One of the most comprehensive studies of the Australian education system found that postal code and family background influence the opportunities available to students from preschool to adulthood, with one in three disadvantaged students falling through the gap.
The main point:
- The study tracked 300,000 children from school to adulthood
- Students from disadvantaged backgrounds are less likely to progress to work or further study
- Anne Hampshire of the Smith Family believes this problem can be fixed in a generation
Sergio Macklin, vice chair of education policy at Victoria University’s Michell Institute, released the Education Opportunities in Australia report, which calls for additional resources immediately to help disadvantaged, Indigenous and remote students.
“Educational success is closely tied to the wealth of young people’s families and where they grow up,” said Macklin.
“I think Australia is really disappointing students from low-income families, Aboriginal students, and those in remote areas.”
The report criticized the progress of last December’s Alice Springs Education Council meeting at which, after Australia’s poor performance compared to its international counterparts, education ministers pledged to deliver a system that generates excellence and equity.
Last year’s poor results on educational equality have now been exacerbated by distance learning, with some students without internet or stability at home falling weeks behind their peers.
“The children and adolescents most severely served by the education system are probably the most affected by it,” said Macklin.
“So you’ll see work stress in the family dramatically increases student vulnerability.”
The report follows the progress of more than 300,000 students from school to primary school, to high school and into early adulthood.
Mr Macklin believes this problem will take a generation to fix.
The report found that disadvantaged students were more than twice as likely to be out of school or work by age 24 than their peers.
The national average of students who are not working or studying is 15 percent, but this increases to 32 percent of students from the lowest SES backgrounds, 38 percent from very remote areas and 45 percent among Indigenous youth.
“I think what this report highlights is that we are missing opportunities for youth in adulthood – and that’s a real problem for young people,” said Macklin.
Fight the trend
About half an hour outside of Canberra, in the New South Wales region, 14-year-old Caitlyn, 16-year-old Iliana, 13-year-old William and their mother, Mem, buck the trend, with the help of the Smith Family.
They are members of a proud Indigenous family who hail from the country of Djangadi, far northeast of NSW.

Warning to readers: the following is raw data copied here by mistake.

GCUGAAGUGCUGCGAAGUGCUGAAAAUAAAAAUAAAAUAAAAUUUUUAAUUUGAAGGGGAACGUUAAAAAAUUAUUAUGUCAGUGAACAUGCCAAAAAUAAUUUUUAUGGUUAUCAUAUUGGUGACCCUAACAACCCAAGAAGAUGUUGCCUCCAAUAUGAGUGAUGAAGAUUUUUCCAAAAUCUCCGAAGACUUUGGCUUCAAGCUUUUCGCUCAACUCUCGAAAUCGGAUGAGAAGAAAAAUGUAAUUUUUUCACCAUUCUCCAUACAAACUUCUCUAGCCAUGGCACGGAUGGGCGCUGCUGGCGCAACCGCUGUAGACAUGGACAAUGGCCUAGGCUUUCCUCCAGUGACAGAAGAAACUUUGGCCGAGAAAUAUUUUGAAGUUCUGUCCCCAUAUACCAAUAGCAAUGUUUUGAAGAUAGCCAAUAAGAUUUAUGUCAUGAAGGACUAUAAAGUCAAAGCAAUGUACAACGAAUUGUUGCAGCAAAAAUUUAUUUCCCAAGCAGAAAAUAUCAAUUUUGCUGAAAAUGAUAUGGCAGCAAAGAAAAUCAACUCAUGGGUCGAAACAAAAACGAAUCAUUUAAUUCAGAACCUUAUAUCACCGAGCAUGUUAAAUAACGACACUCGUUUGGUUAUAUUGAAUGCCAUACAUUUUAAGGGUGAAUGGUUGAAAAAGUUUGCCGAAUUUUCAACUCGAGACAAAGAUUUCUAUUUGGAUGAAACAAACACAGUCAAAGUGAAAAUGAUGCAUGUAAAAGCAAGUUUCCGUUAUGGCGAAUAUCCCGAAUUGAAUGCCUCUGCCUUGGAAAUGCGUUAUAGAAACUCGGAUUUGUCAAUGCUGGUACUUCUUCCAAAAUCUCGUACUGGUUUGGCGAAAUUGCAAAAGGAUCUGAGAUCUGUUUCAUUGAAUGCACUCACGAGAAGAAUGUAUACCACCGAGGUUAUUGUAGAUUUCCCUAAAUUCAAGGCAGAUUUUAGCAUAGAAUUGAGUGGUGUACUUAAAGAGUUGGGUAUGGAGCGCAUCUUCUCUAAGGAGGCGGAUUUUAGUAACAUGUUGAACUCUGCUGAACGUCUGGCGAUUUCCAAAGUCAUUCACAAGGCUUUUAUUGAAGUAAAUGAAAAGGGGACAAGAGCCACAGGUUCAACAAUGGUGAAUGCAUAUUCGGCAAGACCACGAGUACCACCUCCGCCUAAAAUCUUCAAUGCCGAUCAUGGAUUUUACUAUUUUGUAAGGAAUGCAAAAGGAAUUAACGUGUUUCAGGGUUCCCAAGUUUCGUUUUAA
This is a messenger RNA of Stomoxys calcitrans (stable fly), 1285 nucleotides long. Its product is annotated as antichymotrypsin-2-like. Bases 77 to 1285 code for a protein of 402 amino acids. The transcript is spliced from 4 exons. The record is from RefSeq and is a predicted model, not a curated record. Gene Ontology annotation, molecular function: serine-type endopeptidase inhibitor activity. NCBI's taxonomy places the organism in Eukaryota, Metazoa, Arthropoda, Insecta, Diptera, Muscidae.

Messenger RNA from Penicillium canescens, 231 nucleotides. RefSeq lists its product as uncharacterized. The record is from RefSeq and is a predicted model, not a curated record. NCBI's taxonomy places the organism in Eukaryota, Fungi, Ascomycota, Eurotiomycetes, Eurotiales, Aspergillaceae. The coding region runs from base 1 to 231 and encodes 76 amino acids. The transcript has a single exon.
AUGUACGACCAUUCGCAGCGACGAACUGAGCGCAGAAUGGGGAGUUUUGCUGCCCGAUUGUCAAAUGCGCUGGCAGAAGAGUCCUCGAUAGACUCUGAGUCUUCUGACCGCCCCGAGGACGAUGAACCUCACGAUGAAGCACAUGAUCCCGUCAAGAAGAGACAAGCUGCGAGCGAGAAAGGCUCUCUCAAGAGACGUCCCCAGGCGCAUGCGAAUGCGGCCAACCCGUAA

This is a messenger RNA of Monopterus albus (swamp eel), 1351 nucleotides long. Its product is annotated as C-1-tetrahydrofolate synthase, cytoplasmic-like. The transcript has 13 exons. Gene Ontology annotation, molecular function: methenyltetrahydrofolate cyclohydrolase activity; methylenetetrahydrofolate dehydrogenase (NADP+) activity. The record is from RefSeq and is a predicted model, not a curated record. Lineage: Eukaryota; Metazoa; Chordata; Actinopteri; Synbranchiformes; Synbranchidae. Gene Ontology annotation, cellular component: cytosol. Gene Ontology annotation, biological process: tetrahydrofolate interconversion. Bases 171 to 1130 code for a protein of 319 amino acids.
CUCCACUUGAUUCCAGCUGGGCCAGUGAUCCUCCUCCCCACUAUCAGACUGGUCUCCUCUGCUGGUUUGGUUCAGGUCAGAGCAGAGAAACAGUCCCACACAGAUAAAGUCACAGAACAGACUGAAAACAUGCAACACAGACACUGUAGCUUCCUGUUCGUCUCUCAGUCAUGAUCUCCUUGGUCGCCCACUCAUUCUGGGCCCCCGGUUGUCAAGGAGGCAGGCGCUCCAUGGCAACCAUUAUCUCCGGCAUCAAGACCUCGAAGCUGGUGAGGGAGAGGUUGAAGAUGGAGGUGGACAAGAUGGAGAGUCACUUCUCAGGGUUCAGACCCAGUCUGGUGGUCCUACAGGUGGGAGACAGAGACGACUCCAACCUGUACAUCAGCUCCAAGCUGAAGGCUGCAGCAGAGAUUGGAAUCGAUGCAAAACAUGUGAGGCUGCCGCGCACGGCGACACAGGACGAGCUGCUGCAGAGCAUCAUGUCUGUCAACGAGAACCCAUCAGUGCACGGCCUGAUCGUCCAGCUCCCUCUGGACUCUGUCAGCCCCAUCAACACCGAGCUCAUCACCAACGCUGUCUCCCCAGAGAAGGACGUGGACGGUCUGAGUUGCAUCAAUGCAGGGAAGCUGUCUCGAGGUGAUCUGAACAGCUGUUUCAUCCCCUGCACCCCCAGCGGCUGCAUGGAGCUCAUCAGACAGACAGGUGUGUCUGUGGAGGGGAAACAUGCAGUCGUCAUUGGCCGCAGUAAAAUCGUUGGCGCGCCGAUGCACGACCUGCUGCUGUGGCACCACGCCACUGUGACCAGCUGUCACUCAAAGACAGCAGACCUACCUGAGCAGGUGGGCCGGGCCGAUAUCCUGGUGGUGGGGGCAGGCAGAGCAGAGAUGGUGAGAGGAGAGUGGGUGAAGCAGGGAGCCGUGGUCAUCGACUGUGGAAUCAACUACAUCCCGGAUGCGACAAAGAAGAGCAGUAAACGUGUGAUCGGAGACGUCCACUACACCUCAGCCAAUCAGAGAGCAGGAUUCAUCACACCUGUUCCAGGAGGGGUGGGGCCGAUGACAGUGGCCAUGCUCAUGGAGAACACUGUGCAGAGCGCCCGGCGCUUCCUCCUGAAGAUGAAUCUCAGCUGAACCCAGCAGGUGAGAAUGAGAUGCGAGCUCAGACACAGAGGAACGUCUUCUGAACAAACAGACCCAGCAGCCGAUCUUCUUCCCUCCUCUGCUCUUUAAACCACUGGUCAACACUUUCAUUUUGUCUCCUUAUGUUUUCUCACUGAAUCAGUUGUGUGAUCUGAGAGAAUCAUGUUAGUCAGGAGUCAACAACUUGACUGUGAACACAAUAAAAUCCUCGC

Distance learning has been a challenge for everyone, but solving it in a two bedroom apartment that accommodates three teenagers and their single mother has its own challenges.
Even getting a table is a big hurdle.
“I’m afraid they will fight,” said Miss.
“How do we all get enough space? Because there’s nowhere to go and you’re not really allowed out.
William slept in the living room and his bedroom became a kind of school headquarters.
“I’m in the waiting room and it’s the most common area in the house. Iliana and Caitlyn have their own bedroom,” William said.
Caitlyn feels a difficult change from school.
“After a few weeks, I realized it was lousy, because I sometimes have trouble just learning online,” said the 9th grader.
But for the eldest of three children, Iliana, who is 16 years old, feels comfortable.
“I think we had a little trouble at first adjusting because we didn’t know exactly who was going to be where and who was bothering whom, but eventually we found our rhythm about how to do things,” he said.
Nona is proud of the dedication of her three children.
All are on track to become future indigenous leaders, and with the extra support they were fortunate enough to organize, they have returned to school on par with their peers.
The Smith Family’s head of research, Anne Hampshire, said it was proof it could be done.
He said equality in education could be achieved faster than in a generation if philanthropists, educators, welfare agencies and all levels of government came together.
“What is concretely seen, the kind of support that makes a difference, is a high quality pre-school program before children start school and then provide financial, emotional, and educational support – things like high-quality reading programs, after-school learning clubs. , “said Ms Hampshire.
He said the investment would soon be paid back through lower levels of welfare and health problems for those who continue to pass through the gap.
“The international evidence is that [with that], more people can do well educationally. “
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